He's entitled to his opinion, and the 45 ACP is obviously a proven round. I think it is one of the easiest to reload cartridges that have been conceived. Certainly the most easy go reload and get good accuracy and reliability in my experience.
The 45's legendary man-stopping properties all seem to originate from the Philippine Insurrection where the Army's 38 Colt service revolvers were found to be ineffective against determined, possibly substance-influenced attackers. My question in all of the debate was about where the rifles were to begin with? From what I've read of that overall campaign, there were some attacks on Army units that were primarily successful due to surprise on the part of the insurgents, and lax security on the part of the Army. I don't know if officers who might have had their revolvers readily available while the troops had their long guns stacked played into the story of the ineffectiveness of the smaller caliber. Another question was what long arms the Army carried into the Philippines? The 30-40 Krag was the standard infantry weapon of the time, but it seems that even after the Spanish-American War, was not necessarily in great supply. I've even seen some reference that Guard units activated from the Midwest could have even still been armed with 45-70 Trapdoor Springfield single shots. The Trapdoors, while faster to load and fire then their muzzle loading predecessors, still weren't ideal, which may have indicated the need to transition to a handgun during a massed frontal attacks. And furthermore, no one seems to dispute the effectiveness of the .45 Colt cartridge, or likely the .45 Scholfield in 230 grain RNL form that might have accompanied the SAAs that were supposedly shipped in.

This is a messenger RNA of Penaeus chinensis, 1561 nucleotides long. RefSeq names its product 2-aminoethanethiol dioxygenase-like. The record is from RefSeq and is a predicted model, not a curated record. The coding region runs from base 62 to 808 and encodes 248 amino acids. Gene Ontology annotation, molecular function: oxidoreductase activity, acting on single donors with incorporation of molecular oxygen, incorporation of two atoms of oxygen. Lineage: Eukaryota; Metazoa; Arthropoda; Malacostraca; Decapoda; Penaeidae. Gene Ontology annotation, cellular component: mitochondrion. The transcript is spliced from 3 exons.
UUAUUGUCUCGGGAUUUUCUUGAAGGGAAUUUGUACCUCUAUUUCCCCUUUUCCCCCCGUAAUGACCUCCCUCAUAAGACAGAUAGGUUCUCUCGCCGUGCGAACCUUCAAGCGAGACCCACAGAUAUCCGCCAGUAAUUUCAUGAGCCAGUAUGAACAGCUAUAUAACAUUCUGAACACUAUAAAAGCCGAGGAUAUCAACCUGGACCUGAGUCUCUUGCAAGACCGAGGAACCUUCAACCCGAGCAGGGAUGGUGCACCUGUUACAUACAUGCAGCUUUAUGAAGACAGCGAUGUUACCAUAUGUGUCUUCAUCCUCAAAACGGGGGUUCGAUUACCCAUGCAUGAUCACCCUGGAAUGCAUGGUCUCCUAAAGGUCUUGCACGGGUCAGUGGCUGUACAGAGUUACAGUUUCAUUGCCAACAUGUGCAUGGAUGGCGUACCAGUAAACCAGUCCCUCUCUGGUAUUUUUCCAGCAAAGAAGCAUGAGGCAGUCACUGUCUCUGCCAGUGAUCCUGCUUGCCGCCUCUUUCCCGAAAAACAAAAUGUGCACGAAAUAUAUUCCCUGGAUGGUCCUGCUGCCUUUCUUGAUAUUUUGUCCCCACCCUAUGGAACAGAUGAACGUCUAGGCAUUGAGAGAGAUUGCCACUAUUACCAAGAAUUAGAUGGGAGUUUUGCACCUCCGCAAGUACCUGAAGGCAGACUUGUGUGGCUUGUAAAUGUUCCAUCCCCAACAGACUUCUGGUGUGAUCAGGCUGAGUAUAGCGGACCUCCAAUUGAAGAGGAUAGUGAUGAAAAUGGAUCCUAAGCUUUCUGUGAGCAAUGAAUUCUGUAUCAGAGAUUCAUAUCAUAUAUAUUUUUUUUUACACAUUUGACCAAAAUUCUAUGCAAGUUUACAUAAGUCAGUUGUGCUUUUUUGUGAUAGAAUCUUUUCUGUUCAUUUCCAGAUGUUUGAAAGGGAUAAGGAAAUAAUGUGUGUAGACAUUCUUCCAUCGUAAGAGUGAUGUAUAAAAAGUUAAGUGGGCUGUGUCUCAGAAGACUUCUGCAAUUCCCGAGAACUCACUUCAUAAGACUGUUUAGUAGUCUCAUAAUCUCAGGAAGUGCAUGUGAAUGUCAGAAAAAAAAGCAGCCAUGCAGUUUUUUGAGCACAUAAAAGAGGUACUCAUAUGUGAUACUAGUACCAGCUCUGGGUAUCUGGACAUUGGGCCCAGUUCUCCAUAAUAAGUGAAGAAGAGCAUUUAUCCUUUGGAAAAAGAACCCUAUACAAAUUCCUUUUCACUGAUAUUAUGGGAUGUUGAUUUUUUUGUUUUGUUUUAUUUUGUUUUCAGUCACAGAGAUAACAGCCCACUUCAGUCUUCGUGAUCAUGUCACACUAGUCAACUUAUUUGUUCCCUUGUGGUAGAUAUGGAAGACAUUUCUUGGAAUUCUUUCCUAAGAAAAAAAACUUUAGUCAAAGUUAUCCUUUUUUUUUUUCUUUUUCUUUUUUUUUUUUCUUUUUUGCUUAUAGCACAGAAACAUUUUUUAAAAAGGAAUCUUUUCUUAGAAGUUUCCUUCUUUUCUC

Until the Centerfire cartridge is replaced by eventual advances in weaponry (particle handgun, lasers, phasers, disrupters, blaster, etc) the 45 ACP is going to appreciate a following, along with all of the advances that enhance the performance of lesser calibers.
Last edited by walkin' trails; 03-19-2017 at 12:20 PM.